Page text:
Adapted by Marilyn Campbell and Curt Columbus from the novel by Fyodor Dostoyevsky
Produced by Round House Theatre
Reviewed by Tim Treanor
Aubrey Deeker (as Raskolnikov) and Mitchell Hébert (as Porfiry) Photo: Stan Barouh
“God gives grace to the dead,” says Raskolnikov (Aubrey Deeker), again and again. Though he does not believe in God, does not believe in grace, and has no idea what it’s like to be dead, it is his mantra – the one he chants to ward off his past. Intense, fierce, nearly hallucinatory, Round House’s Crime and Punishment is one man’s inward-gazing, reflective, reflexive journey through hell.
It is a brave writer’s task to turn Dostoyevsky’s massive, discursive classic into theater, and Campbell and Columbus take it on by going to the novel’s moral heart. The miserly pawnbroker, Alyona Ivanovna (Tonya Beckman Ross) and her childlike sister Lizaveta (Ross again) are already dead as the play opens. Raskolnikov sits on a massive metal chair – the sole set piece, for the entire play – and answers questions for Inspector Porfiry (Mitchell Hébert).
“Do you believe in the story of Lazarus?” is the first question.
There is no evidence, as that term is traditionally used, against Raskolnikov (the name means “schism” in Russian). Indeed, in a testament to the terrifying efficiency of the Tsarist police, someone else has already confessed to the murders.
“Do you believe in God?” Porfiry asks.
Raskolnikov believes in the Neitzschean übermann, the “extraordinary man” whose greatness makes him immune to the judgment that would fall upon the crimes of ordinary men. Napoleon – Newton – to achieve as those men achieved would justify any crime, even murder. But is Raskolnikov himself an extraordinary man? If so, why is he living in a single room underneath the stairs, so small that he cannot even stand up in it, where his nose is assaulted every day with the stenches of St. Petersburg? Why is he unable to find work? Why is he so impoverished that he must pawn his most valuable possessions for food – his ring for two rubles; his father’s watch for a ruble and a half, with interest up front?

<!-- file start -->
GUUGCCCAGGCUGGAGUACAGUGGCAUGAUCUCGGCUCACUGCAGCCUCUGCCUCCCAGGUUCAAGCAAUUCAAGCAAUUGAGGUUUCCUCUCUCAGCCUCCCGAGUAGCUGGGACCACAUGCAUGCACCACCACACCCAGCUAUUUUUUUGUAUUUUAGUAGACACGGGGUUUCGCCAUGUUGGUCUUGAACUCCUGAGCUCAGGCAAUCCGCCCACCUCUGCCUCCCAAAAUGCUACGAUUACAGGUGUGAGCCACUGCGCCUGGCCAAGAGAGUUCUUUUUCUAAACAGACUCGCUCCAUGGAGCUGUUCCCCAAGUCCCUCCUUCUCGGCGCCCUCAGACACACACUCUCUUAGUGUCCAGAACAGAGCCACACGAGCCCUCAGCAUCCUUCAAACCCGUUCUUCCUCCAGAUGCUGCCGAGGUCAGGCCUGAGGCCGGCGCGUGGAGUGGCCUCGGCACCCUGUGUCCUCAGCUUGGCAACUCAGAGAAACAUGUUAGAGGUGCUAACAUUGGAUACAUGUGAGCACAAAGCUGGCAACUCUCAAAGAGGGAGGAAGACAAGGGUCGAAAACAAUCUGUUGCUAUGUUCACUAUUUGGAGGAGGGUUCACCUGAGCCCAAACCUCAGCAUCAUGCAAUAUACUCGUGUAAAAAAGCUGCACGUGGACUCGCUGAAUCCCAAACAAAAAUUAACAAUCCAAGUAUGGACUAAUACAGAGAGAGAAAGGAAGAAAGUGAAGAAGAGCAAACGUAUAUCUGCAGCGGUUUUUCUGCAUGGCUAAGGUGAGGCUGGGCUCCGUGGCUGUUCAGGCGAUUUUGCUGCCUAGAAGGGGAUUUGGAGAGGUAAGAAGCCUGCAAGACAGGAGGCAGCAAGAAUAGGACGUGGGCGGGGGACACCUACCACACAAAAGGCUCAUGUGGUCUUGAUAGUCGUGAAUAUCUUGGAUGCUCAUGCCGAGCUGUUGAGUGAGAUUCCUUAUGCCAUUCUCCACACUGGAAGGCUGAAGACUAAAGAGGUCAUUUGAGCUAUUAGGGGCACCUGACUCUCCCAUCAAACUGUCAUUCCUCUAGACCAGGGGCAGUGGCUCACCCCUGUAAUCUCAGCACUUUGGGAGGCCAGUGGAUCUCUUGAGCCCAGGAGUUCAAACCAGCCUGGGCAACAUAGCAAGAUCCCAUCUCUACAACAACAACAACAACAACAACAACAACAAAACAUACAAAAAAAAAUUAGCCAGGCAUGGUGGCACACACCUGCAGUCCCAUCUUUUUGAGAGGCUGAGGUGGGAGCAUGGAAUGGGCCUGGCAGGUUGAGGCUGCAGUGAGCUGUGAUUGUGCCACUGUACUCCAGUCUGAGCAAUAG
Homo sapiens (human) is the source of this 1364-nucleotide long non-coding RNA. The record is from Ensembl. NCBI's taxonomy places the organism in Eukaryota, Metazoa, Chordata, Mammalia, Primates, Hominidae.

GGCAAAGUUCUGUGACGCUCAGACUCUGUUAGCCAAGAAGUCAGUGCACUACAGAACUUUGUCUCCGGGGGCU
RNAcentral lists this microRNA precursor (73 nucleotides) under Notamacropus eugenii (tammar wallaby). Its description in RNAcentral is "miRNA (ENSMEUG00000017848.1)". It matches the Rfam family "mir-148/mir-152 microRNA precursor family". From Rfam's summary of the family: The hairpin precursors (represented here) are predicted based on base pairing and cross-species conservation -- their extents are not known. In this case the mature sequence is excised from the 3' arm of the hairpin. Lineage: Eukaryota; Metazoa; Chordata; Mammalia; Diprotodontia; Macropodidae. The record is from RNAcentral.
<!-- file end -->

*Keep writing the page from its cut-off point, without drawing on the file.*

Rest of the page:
Porfiry’s mission, of course, is to find out who killed the Ivanovna sisters, but his technique is to first find out who Raskolnikov is. Raskolnikov, and the production, oblige him and us through dialogue and flashback. He is, first of all, a man of promise, sent from the countryside by his optimistic mother (Ross again) to make his fortune as a teacher and to study the law. He is also a failure, unemployed, full of excuses (his inadequate beggarly dress, the world’s general distaste for knowledge, and so on). He is a gentle, generous man, coming to the aid of a local drunk in distress (Hébert again) and, when the time comes, using all his money to pay for the man’s funeral. He is a romantic man, coming to love the drunk’s daughter Sonia (Ross again, in her principal role), who has been forced by circumstances to sell her body.
And he is a murderer.
Round House’s doubling and tripling of roles, traditionally done as a matter of theater economics, here intensifies and inflames the story. Porfiry and Sonia seem to inhabit every corner of Raskolnikov’s world, driving him to his inevitable confession. But Deeker, cast in only one role, seems to be all the Raskolnikovs at once, howling and thrashing against his true enemy, himself. When he finally confesses, first to Sonia and then to Porfiry, relief rises from him like steam, and he is one body at last.
Crime and Punishment is not a whodunit. It is a whydunit, and the character who needs to know is not Porfiry but Raskolnikov himself. Round House – by which I mean director Blake Robison and the cast, as well as the excellent technical crew (Matthew Neilson’s sound is particularly strong) – understands this, and the production tracks Raskolnikov’s wounded soul like a hound following a blood trail. It is almost irrelevant to issue individual praise for ensemble work this good, but Ross economically brings great specificity to four very different roles.
Particularly since Robison’s assumption of the Artistic Director’s position, Round House has given voice to plays which, like Crime and Punishment, explore complicated moral questions through dialogue and argument. This is a bold thing to do in a society which has become inured to the slasher movie and the blow-’em-up newscast, but when, as here, it is done with dispatch and sureness it is absolutely satisfying.
Round House Theatre, you the theater!
(Running time: 1:30 without intermission) Crime and Punishment continues Wednesdays through Sundays at the Round House Theatre – Bethesda (4545 East-West Highway) until April 29. Wednesday shows are at 7.30; Thursdays through Saturdays at 8; Saturdays and Sundays at 3. Tickets: $25 – $55. To order, call 240.644.1100 or visit their website.